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Men with overactive bladder and lower urinary tract symptoms who receive combination therapy are more likely to report improvement in symptoms than those who receive only one medication, according to results of a study recently reported in JAMA (2006; 296:2319-28).
Men with overactive bladder and lower urinary tract symptoms who receive combination therapy are more likely to report improvement in symptoms than are those who receive only one medication, according to results of a study recently reported in JAMA (2006; 296:2319-28).
Steven A. Kaplan, MD, of Weill Cornell Medical College, New York, and colleagues evaluated the effectiveness of extended-release tolterodine (Detrol LA) and tamsulosin (Flomax), used alone or in combination, in men with overactive bladder and BPH. The randomized, double-blind trial was conducted at 95 urology clinics in the United States involving men 40 years of age or older. Patients were randomly assigned to receive placebo, extended-release tolterodine, 4 mg, tamsulosin, 0.4 mg, or a combination of extended-release tolterodine plus tamsulosin for 12 weeks.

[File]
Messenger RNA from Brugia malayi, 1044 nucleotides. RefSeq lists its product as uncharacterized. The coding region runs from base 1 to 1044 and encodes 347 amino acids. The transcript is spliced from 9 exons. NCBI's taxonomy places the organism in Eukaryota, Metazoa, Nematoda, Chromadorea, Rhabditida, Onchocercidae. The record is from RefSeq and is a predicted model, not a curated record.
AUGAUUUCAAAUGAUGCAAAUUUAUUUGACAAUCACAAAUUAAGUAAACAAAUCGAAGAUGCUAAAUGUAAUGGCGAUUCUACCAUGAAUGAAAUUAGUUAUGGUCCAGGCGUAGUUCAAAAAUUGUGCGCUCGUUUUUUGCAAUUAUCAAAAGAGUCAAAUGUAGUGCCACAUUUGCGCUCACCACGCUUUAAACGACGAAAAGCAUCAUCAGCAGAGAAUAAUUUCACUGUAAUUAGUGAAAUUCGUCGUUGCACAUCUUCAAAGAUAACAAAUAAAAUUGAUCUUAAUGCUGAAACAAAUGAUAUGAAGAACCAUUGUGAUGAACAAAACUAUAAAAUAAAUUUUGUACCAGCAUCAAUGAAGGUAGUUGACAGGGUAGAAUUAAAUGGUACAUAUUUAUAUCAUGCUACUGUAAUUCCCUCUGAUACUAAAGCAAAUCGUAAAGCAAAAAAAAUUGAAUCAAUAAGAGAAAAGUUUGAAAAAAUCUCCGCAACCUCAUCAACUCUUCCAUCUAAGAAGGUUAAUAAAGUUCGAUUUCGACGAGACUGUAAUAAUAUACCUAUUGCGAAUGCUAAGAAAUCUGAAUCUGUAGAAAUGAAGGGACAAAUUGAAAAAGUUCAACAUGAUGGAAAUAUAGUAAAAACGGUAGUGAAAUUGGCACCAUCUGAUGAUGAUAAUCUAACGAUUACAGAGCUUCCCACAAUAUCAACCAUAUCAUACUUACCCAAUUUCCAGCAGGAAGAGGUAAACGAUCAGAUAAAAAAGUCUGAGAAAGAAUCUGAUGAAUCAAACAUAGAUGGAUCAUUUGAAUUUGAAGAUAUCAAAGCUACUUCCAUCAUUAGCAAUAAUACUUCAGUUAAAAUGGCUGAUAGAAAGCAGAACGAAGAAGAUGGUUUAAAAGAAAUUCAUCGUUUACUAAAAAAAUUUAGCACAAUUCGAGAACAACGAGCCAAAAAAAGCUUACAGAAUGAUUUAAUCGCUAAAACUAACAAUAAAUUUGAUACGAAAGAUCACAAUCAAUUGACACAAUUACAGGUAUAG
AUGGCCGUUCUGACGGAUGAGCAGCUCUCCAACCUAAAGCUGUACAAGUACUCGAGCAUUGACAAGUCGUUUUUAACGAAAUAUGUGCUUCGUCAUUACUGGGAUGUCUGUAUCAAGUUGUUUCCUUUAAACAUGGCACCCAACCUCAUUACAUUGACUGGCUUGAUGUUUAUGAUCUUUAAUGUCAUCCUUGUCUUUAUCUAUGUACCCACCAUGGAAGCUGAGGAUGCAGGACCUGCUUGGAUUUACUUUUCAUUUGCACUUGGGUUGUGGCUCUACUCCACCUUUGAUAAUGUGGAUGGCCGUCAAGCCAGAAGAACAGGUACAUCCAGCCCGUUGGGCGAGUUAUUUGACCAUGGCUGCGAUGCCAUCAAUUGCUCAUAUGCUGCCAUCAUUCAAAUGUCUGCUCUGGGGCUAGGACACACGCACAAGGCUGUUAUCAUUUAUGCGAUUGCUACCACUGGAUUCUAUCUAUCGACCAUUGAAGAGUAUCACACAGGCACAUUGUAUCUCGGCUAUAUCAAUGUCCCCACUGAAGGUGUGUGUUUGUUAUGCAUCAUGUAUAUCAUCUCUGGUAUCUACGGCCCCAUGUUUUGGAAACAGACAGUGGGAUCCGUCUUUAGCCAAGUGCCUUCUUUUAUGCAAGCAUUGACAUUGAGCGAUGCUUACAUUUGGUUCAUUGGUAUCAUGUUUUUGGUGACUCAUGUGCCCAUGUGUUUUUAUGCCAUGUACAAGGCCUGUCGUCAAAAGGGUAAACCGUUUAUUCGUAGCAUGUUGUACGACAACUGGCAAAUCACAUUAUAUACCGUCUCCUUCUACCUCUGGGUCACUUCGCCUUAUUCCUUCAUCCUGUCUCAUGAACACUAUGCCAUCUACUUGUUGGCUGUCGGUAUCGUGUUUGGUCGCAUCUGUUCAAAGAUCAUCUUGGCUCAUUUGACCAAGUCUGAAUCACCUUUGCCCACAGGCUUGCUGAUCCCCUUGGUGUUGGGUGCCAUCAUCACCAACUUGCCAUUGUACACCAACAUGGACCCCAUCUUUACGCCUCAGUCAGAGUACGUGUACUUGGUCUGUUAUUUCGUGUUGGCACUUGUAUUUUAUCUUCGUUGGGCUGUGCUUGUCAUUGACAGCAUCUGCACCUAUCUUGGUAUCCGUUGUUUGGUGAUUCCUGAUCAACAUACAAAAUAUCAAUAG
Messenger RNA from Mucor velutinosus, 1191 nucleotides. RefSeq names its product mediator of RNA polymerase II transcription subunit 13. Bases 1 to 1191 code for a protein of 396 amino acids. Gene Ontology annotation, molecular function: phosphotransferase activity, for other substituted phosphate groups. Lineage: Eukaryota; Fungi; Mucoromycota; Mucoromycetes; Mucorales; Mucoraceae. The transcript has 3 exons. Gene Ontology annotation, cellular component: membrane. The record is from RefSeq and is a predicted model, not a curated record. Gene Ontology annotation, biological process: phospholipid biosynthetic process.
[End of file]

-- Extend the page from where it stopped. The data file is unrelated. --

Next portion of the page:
Eighty percent of patients receiving the combination therapy reported benefit by week 12 compared with 62% of those receiving placebo, 65% of those receiving extended-release tolterodine, and 71% of those receiving tamsulosin. Symptoms of urgency urinary incontinence, urgency, and 24-hour and nocturnal urination frequency were also significantly improved by week 12 in the group receiving the combination versus placebo, but not in the tamsulosin group. In the extended-release tolterodine group, only urgency urinary incontinence episodes per 24 hours were significantly reduced at week 12.
“The results of this study demonstrate that some men bothered by lower urinary tract symptoms, including bladder diary-documented overactive bladder symptoms, might not respond to monotherapy with either alpha-receptor antagonists or antimuscarinic agents,” the authors wrote. “Treatment with tolterodine extended release plus tamsulosin resulted in statistically and clinically significant treatment benefit. Similarly, low incidences of acute urinary retention were observed in all treatment groups, and there were no significant differences in maximum urinary flow rate or postvoid residual volume between the two groups.”